Take the companies' "sphere", for example. An established one-man consultancy requires significantly less focus to allow it to function on a daily basis than an established 15-person services company, which in turn demands less focus than a 28-person-and-growing digital products startup that is in the process of raising its Series A. The reason for this is as follows: the companies "sphere" is itself comprised of multiple smaller spheres - the legal "sphere", the financial "sphere", etc. Each of these "spheres" holds a multitude of tasks that are specific to it and in turn demand a certain amount of focus from you. How much you need to focus on a particular task at any given moment depends on several factors: your familiarity with the task, the level at which you operate (e.g. analyst versus CEO), the number of people who report to you, how good your attention to detail is, and how quickly you are able to absorb data, form insights and act. Together, these factors translate into a number of hours or "hourly tariff" associated with each task.
It's important as your company grows and its commitments mount, to keep tabs on the hourly tariff associated with each task, so that you know exactly how much focus your company requires at any one point in time. For example, if you do not employ people and your company earns below the VAT threshold (£83,000 per annum), the number of hours you will need to devote to doing battle with HMRC on a monthly basis will be significantly reduced. But perhaps you have multiple clients with on-going maintenance contracts, or material-heavy speaking obligations, or a complex supply chain, in which case your hourly tariff associated with these things will be higher.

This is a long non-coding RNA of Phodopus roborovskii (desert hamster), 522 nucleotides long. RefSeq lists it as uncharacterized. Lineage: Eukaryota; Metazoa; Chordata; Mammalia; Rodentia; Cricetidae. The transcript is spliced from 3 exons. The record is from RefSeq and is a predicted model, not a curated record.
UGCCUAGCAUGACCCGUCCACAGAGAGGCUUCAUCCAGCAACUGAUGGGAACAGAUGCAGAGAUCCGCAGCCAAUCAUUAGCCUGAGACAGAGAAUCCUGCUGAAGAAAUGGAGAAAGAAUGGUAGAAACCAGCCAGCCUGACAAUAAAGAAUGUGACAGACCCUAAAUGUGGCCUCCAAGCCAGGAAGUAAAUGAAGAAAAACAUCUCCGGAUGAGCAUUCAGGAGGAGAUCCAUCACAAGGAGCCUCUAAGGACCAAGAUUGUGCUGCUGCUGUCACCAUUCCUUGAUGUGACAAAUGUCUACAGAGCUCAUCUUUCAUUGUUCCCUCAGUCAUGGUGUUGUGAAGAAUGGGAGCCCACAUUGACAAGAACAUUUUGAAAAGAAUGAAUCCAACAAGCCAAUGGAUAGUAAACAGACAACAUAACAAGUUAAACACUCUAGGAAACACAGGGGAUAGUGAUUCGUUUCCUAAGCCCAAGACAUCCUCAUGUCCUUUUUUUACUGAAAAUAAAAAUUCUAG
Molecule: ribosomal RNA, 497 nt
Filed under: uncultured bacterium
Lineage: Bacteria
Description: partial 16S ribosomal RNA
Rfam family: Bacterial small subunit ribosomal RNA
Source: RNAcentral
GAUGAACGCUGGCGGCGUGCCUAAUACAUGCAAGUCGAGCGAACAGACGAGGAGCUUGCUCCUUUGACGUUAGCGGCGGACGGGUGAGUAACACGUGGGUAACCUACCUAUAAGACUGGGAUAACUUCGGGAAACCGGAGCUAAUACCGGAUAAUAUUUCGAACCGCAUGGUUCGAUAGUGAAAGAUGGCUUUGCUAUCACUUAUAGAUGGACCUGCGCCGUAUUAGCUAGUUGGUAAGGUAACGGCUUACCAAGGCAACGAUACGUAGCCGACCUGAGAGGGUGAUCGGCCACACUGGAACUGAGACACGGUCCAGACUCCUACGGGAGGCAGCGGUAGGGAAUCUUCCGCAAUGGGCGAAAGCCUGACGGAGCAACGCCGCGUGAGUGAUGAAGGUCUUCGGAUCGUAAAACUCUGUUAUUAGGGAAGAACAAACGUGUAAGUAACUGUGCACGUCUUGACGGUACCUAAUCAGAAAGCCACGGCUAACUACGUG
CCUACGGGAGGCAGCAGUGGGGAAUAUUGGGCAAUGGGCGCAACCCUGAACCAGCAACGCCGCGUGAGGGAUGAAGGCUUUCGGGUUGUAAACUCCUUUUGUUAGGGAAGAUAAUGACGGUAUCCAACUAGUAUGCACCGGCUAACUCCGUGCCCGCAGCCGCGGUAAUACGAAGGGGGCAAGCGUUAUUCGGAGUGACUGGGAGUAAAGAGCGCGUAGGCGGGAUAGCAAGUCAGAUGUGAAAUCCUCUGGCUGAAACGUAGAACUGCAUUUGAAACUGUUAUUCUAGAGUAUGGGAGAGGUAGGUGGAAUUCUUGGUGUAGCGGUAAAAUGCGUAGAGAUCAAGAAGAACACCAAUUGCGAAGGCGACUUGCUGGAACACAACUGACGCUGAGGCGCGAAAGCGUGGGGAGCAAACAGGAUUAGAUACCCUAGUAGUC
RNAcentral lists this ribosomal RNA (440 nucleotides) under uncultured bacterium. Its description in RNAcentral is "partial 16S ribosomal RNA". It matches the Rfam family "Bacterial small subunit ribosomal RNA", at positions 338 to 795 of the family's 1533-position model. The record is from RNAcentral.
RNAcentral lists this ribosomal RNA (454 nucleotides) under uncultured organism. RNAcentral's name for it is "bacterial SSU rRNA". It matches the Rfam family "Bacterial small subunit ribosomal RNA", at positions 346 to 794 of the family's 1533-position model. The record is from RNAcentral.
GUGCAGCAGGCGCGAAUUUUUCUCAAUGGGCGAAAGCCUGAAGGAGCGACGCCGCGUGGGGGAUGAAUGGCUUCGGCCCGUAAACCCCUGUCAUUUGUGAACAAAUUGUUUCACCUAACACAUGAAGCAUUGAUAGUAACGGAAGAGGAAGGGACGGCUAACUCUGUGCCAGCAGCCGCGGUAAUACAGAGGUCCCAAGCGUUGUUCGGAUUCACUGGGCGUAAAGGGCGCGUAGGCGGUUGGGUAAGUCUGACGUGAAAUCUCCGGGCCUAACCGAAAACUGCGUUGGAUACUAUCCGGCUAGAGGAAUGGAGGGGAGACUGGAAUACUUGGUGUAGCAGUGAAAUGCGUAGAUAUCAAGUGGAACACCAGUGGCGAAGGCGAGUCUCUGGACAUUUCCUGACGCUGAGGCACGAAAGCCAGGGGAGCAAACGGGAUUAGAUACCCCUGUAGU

All well and good, Sophie, you may say, but what happens if I am not in Business-As-Usual (BAU) mode?
Well, if you are NOT in BAU mode, i.e. if you are trying to grow your company, enable significant organisational change or secure funding, the amount of focus required from you increases significantly. No investor, be they Angel or Venture Capitalist, will invest in your company, if you as CEO appear to be focusing on multiple things at once. Don't forget: a financial commitment from a third party is as much an investment in YOU as it is in your company. So have multiple companies if you will, but if you decide that you want to go down the "funded startup" route, be prepared to put everything else on hold for as long as it takes to secure that funding and achieve the objectives associated with it.
In conclusion, it is important to be able to focus on one thing at a time. But this can be on a micro or macro level. As long as you have enough hours in the day to complete the tasks associated with each and every one of your different spheres of interest, and to satisfy those personally and professionally invested in you that no one sphere is having a detrimental impact on any other sphere, you're doing OK. And you'll know if you ARE having a detrimental impact because someone at some point will tell you, trust me.
There are probably more tips that I could add, but for now, that's it. Stay tuned for future blogs, including Doing Business in the Middle East, Top 10 HealthTech Innovations, and Mental HealthTech: is it a Thing?